Dawson recently followed up his 2015 hit, I Hate Myselfie, with It Gets Worse, a second essay collection that has topped bestseller lists. Fredman reports that “a nice chunk” of his continued sales come from the events that she has planned. “Seeing thousands of fans marching through a store to buy a paperback is a hugely satisfying experience.”

Fredman has made her mark with traditional authors as well. She was the force behind the publicity surrounding Fredrik Backman’s A Man Called Ove. Getting to tour this year with Backman was one of those “is this my job?” moments, she says.

Janet Geddis

Owner & Founder

Avid Bookshop, Athens, Ga.

“This is the best thing I’ve ever done with my life.”

In 2007, Geddis decided that she really wanted to open a bookstore so she did extensive her research and learned that Athens was an ideal location. All signs pointed to a likely success, but by then it was 2008 and the economy had collapsed. “The number of hurdles was insane, almost comical,” Geddis says.

But Geddis had been talking, blogging, and tweeting about the bookstore for some time. Folks in the book industry and in Athens wanted a bookstore. So, with the help of a very creative banker, people supporting the store, and community lender loans modeled on the strategy employed by Brooklyn’s Greenlight Bookstore, Geddis opened Avid in 2011 with three part-time staff members. Now, there are two full-time staffers and six part-time, and for several years, Avid has been named the favorite local business by a local weekly newspaper.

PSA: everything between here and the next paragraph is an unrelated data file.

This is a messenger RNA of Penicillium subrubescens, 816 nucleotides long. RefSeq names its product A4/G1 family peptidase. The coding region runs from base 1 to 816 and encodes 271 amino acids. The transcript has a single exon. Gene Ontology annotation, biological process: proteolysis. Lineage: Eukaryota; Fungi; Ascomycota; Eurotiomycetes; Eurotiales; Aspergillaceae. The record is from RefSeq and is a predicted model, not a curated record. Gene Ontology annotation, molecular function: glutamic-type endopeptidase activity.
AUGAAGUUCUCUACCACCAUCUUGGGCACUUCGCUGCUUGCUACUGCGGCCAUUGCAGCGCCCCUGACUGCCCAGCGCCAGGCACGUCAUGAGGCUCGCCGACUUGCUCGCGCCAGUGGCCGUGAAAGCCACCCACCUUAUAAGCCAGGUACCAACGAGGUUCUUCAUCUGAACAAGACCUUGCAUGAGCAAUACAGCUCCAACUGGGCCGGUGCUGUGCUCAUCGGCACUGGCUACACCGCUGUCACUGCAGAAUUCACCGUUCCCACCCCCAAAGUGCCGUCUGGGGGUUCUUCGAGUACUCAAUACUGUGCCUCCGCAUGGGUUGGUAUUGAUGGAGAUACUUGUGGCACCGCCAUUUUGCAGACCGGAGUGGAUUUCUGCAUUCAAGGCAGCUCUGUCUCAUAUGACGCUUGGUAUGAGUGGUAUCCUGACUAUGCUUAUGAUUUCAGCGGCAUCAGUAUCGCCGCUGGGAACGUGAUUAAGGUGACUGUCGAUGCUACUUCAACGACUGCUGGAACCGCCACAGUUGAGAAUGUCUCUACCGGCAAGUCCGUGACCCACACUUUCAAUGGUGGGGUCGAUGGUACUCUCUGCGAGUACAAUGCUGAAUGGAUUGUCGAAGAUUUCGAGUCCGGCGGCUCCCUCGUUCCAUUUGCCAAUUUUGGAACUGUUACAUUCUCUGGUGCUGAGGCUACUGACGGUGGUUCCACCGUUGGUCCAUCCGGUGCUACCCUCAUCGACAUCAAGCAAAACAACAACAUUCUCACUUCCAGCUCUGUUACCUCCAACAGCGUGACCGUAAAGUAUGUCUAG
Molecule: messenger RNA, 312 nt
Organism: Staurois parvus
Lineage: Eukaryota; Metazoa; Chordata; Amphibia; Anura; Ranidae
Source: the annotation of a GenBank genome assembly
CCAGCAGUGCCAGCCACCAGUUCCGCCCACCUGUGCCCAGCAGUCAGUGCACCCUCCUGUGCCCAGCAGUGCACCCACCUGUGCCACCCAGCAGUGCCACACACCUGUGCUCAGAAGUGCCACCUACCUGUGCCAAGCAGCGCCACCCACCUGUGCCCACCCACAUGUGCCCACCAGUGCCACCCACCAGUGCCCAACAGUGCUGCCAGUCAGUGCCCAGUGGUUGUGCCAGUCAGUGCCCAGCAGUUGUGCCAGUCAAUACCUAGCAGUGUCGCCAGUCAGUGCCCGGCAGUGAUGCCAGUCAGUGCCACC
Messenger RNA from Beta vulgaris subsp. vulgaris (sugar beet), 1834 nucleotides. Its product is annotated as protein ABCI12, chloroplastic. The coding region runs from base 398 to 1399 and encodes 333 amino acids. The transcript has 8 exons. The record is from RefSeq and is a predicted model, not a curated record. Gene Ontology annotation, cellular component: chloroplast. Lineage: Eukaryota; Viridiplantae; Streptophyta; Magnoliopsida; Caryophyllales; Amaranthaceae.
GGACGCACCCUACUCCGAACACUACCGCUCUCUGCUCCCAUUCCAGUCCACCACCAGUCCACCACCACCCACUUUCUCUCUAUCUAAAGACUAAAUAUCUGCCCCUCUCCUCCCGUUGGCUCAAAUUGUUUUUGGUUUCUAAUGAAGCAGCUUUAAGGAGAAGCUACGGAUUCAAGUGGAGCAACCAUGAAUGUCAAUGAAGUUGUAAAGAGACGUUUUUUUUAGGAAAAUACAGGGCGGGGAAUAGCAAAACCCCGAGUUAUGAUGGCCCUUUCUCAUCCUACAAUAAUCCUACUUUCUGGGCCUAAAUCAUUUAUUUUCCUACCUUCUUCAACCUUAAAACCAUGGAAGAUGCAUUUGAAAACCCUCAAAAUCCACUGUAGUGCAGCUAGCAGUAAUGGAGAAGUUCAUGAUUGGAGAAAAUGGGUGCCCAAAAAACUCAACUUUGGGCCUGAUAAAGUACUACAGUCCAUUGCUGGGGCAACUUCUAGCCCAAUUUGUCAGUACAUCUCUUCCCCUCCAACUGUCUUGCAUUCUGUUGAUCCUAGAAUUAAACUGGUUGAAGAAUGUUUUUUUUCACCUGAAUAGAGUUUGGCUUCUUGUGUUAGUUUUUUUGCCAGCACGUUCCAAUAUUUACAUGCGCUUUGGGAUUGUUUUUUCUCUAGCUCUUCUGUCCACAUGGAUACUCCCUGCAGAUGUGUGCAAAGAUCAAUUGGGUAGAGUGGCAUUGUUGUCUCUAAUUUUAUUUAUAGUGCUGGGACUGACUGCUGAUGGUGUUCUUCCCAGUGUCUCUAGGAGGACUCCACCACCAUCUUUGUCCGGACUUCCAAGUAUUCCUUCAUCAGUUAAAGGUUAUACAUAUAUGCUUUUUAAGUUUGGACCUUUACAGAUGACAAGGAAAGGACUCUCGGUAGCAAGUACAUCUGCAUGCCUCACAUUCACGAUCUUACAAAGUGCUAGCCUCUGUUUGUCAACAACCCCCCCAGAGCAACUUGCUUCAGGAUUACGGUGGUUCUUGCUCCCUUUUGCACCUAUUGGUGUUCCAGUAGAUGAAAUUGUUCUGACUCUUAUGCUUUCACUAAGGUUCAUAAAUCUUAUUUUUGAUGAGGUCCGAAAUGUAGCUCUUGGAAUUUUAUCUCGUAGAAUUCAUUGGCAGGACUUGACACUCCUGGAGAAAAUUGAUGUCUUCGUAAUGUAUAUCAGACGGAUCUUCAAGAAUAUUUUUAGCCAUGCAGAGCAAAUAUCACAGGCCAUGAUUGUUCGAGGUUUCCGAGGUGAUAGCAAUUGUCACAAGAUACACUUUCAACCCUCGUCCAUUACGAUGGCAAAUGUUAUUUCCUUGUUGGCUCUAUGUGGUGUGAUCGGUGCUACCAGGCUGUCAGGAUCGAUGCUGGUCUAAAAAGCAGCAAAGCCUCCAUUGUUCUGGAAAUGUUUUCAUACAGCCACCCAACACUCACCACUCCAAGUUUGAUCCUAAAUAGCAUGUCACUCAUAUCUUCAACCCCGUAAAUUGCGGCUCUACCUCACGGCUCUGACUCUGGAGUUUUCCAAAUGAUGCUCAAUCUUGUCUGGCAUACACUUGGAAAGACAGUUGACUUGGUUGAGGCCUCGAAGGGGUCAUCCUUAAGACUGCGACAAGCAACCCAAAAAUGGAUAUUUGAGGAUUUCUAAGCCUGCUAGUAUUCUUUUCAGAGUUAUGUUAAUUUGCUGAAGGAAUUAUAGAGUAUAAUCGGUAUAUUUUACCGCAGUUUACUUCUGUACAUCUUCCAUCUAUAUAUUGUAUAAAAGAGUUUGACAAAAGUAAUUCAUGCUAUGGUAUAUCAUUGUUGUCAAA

Kate Hale

Senior Editor

National Geographic Kids Books, Washington, D.C.

“I am most impressed with Hale’s ability to approach every book with a long-term strategic vision.”—Erica Green, v-p, editorial director, National Geographic Kids

The year 2016 has been good to Hale—she was promoted to senior editor and got married—and she has been good for National Geographic Kids. Hale is the editor of How to Speak Cat, now in its fourth printing for which Hale “not only found a terrific author but also identified an expert, a prominent veterinarian who acted as a spokeswoman for the book on NPR and elsewhere,” noted Green.

With Temple Run, a finalist for the Children’s Book Council Children’s Choice awards, Hale created the first book for the press to be based on a popular mobile gaming app exploring archeology, ancient history and geography. “It’s always nice when a book sells well, but when combined with awards—wow it just makes you feel good,” Hale says.

Hannah Harlow

Assistant Director of Marketing

Houghton Mifflin Harcourt, Boston

“I love connecting readers to the right book wherever and however possible.”

It was meant to be. Right out of college, Harlow was hired by Carla Gray at Houghton Mifflin. Two years later, she was in New York, where she worked for Harcourt until 2008, when she moved to Uganda for a couple of years. Upon Harlow’s return to Boston, Gray jumped at the opportunity to bring her back to what was now Houghton Mifflin Harcourt. “Hannah has always brought a creative spark to everything,” Gray says, including managing “the three-year onslaught of Tolkien movie tie-in madness to providing masterful marketing campaigns for Randall Munroe’s What If? and Thing Explainer.”